Apple is getting into the film business, with A24 producing a number of original films for the streaming service.
Founded by Daniel Katz, David Fenkel and John Hodges in 2012, it has taken just six years for the company to become a powerhouse of independent gems, producing such movie as Lady Bird, The Witch, The Lobster, Ex Machina and 2018’s big hit, Hereditary.
A late entrant in the streaming game, Apple has been quickly building its slate of original content in the last year, with around $1 billion to spend on an initial slate of titles. Those include a morning show drama from Reese Witherspoon and Jennifer Aniston, Defending Jacob, a drama based on the book with Chris Evans, a reboot of Spielberg’s Amazing Stories, a new sci-fi from Ron Moore and another from Peaky Blinders creator Steven Knight.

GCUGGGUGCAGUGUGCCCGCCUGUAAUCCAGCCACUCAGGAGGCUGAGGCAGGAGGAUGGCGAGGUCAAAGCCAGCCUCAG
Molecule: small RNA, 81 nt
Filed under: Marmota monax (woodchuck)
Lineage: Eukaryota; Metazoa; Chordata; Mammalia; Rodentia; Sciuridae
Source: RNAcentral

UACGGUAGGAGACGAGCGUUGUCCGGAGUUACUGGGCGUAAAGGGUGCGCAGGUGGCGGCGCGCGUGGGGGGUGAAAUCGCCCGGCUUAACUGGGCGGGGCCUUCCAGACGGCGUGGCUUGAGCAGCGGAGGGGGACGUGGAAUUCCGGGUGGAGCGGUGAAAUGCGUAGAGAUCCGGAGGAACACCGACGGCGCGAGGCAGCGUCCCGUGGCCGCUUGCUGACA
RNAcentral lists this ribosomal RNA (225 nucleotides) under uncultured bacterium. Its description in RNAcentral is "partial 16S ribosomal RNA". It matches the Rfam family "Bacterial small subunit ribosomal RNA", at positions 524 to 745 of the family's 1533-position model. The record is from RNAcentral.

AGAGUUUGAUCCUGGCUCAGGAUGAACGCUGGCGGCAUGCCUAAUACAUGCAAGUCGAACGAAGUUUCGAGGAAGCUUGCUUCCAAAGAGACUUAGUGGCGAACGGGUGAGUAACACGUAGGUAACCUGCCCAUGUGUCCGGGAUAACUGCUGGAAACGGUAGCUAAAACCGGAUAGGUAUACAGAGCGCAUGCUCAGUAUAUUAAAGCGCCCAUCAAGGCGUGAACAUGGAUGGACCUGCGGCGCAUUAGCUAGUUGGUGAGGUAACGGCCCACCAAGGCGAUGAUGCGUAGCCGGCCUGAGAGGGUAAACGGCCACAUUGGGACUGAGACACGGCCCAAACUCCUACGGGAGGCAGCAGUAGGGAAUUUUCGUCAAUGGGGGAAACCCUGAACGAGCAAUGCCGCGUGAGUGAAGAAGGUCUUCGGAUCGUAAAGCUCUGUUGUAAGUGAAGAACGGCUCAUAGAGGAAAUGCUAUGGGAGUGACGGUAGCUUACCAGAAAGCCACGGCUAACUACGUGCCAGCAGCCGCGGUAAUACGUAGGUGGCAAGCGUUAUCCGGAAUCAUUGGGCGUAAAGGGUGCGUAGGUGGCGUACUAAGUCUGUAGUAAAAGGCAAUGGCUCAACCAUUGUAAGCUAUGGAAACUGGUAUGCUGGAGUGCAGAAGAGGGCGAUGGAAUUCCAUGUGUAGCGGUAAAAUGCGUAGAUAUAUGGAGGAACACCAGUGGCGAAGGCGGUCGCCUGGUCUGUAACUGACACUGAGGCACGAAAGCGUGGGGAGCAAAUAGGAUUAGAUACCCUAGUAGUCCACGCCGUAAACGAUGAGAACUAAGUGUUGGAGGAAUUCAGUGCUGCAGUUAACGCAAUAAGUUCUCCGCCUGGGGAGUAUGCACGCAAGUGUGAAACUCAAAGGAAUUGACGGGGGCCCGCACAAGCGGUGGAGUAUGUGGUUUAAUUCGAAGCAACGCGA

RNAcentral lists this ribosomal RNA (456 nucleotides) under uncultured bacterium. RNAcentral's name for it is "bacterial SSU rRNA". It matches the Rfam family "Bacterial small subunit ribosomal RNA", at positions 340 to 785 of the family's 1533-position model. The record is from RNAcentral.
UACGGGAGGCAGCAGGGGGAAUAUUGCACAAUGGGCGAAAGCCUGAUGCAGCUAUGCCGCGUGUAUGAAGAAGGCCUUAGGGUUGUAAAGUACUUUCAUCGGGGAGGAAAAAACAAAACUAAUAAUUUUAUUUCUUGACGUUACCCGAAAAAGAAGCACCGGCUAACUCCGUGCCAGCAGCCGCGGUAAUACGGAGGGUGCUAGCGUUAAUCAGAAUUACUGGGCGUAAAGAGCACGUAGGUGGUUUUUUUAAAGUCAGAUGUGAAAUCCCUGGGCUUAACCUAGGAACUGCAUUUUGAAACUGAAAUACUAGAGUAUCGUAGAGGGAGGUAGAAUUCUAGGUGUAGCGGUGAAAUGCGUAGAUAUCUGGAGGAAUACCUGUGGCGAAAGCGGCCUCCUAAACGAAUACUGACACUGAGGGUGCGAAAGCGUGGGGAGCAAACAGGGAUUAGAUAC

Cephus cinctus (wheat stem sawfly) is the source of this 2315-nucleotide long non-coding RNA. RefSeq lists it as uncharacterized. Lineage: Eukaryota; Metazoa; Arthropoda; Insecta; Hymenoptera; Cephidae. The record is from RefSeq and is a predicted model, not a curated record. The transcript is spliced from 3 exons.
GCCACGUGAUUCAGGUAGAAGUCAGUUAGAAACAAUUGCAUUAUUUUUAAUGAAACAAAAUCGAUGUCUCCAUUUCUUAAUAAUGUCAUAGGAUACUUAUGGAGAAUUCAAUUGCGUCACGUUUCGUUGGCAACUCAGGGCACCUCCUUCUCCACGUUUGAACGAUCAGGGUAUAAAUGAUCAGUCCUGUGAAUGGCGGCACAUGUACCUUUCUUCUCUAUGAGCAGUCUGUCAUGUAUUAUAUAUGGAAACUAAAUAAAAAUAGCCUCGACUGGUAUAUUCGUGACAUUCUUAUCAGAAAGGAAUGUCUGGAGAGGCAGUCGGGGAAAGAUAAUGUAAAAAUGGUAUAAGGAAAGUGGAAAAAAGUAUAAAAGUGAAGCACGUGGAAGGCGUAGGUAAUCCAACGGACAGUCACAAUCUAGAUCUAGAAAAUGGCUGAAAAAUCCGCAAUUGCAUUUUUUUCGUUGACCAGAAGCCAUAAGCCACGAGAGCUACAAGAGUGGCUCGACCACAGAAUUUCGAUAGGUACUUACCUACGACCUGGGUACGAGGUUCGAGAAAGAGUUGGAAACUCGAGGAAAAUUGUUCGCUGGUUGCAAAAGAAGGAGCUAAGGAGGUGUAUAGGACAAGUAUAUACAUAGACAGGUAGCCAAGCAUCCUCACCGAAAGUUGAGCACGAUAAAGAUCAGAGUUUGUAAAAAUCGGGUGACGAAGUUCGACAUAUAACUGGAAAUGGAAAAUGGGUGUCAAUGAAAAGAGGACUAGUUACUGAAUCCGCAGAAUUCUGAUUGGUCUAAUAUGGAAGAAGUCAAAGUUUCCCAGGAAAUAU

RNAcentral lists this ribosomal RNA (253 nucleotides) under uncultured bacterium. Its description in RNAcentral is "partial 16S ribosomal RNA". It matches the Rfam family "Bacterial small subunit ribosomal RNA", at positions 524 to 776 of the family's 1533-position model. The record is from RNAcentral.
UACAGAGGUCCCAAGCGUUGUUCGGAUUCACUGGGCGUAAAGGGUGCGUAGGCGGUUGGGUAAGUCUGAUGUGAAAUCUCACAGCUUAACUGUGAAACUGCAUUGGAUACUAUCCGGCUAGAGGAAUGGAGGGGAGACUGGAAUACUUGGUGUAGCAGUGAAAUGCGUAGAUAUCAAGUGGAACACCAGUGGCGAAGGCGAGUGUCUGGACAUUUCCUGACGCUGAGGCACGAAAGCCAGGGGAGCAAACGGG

As for its film ambitions, Apple has so far acquired titles, including documentary The Elephant Queen and Ed Sheeran film Songwriter. With a need to ensure that its films will stand out in a competitive marketplace, it is perhaps no surprise that Apple was rumoured to be considering acquiring A24 wholesale earlier this year. Now, though, Apple has confirmed that the duo have inked a multi-year agreement instead.
Little is known about the details, but it will span multiple films, which may or may not be released in cinemas but will certainly be available on Apple’s digital platform, whether that will be a subscription-based service or whether (as has been rumoured previously) Apple will make its original content available for free to iPhone users.
Nonetheless, it’s a major signal of intent from the online tech giant, as it backs up its own reputation with that of one of the industry’s coolest brands, boasting such previous titles as Oscar winner Moonlight.
The deal is not exclusive, and will therefore not affect A24’s existing agreements, including one with DirectTV to acquire films for US distribution, and an output deal with Amazon that sees A24 release its titles on Prime Video earlier than elsewhere. It is also not yet clear whether the deal will extend the theatrical releases in the UK.